Storytelling Grab Bag: Yom ...


Certain storytelling topics catch my attention, but don’t carry enough substance to warrant a standalone post.

I’ve finally figured out how to weigh in on these topics.

Introducing the “Storytelling Grab Bag,” a forum for discussing two to three topics in the same post.

Storytelling Techniques at Yom Kippur Services

All religions depend on storytelling.

Whether the orator is a rabbi, minister or priest, the storytelling goes a long way in determining the resonance of a sermon.

But I didn’t expect to see storytelling techniques applied to the Yom Kippur prayer book.

One quick example –

The service was addressing the concept of each individual tapping his/her own potential when these words appeared:

“Not that You expect the impossible. You don’t ask me to replicate the greatness of Moses.”

First, I liked the conversational tone, a technique that eludes most prayer books.

Two, I’ve got to believe most of the congregation like myself immediately conjured an image of Charlton Heston in “The Ten Commandments” with the reminder that it’s not about keeping up with the Joneses or the Hestons (thankfully).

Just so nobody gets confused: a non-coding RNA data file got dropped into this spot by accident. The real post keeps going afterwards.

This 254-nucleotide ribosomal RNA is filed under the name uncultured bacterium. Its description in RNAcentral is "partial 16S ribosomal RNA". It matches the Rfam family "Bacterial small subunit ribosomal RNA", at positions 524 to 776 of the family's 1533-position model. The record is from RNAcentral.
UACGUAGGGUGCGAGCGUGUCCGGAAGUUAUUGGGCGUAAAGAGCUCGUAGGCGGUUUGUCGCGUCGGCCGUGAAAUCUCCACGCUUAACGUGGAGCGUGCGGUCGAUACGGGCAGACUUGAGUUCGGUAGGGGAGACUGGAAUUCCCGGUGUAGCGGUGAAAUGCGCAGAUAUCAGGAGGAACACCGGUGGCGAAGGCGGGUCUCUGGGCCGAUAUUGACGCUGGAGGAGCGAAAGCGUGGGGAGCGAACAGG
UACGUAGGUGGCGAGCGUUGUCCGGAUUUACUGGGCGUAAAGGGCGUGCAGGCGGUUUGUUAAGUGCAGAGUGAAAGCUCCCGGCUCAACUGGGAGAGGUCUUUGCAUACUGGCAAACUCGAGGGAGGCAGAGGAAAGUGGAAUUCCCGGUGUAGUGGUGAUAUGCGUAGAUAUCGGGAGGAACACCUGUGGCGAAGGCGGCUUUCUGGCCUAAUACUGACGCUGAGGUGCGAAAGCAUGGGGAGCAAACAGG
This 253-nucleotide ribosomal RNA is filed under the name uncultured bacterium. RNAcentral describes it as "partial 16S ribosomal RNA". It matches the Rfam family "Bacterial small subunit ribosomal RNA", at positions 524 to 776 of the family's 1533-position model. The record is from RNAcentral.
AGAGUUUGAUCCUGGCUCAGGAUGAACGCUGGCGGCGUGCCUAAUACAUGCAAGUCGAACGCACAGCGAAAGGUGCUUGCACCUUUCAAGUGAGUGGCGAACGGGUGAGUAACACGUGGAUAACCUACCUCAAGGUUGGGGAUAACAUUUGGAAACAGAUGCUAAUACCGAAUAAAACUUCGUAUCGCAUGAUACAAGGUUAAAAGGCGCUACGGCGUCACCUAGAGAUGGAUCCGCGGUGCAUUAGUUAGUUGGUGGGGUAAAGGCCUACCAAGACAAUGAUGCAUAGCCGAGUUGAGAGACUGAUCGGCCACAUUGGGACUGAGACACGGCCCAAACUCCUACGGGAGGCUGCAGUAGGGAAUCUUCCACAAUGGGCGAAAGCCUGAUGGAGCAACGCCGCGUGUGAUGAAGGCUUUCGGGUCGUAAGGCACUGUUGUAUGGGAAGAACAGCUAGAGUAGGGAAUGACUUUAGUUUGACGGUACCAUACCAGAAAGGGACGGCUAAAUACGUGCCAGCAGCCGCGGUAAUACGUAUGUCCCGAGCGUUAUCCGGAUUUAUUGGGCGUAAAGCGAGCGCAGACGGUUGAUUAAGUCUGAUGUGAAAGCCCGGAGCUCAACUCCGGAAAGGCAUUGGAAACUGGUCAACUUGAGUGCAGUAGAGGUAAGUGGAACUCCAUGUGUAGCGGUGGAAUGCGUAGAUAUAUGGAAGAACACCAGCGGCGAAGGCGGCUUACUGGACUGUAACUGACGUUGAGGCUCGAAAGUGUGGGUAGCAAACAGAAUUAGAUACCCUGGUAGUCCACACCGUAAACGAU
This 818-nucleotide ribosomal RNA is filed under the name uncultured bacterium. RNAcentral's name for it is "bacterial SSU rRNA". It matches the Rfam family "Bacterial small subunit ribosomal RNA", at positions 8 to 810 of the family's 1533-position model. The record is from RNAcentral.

Promoting the New York Knicks

After discussing how PR needs to evolve to stay relevant last week, I came across a supporting point of view from Howard Jacobs who heads marketing for the MSG Sports unit of the Madison Square Garden.

In an interview with The New York Times, Jacobs shared:

“… how do you reignite the deeply passionate relationship that existed between the City of New York and the Knicks?” — is “so clearly not an ‘advertising exercise’” but rather requires “a multidisciplinary approach, part strategy, part storytelling, part brand creation, part technology, part design.”

Naturally, I gravitated toward two words, multidisciplinary and storytelling.


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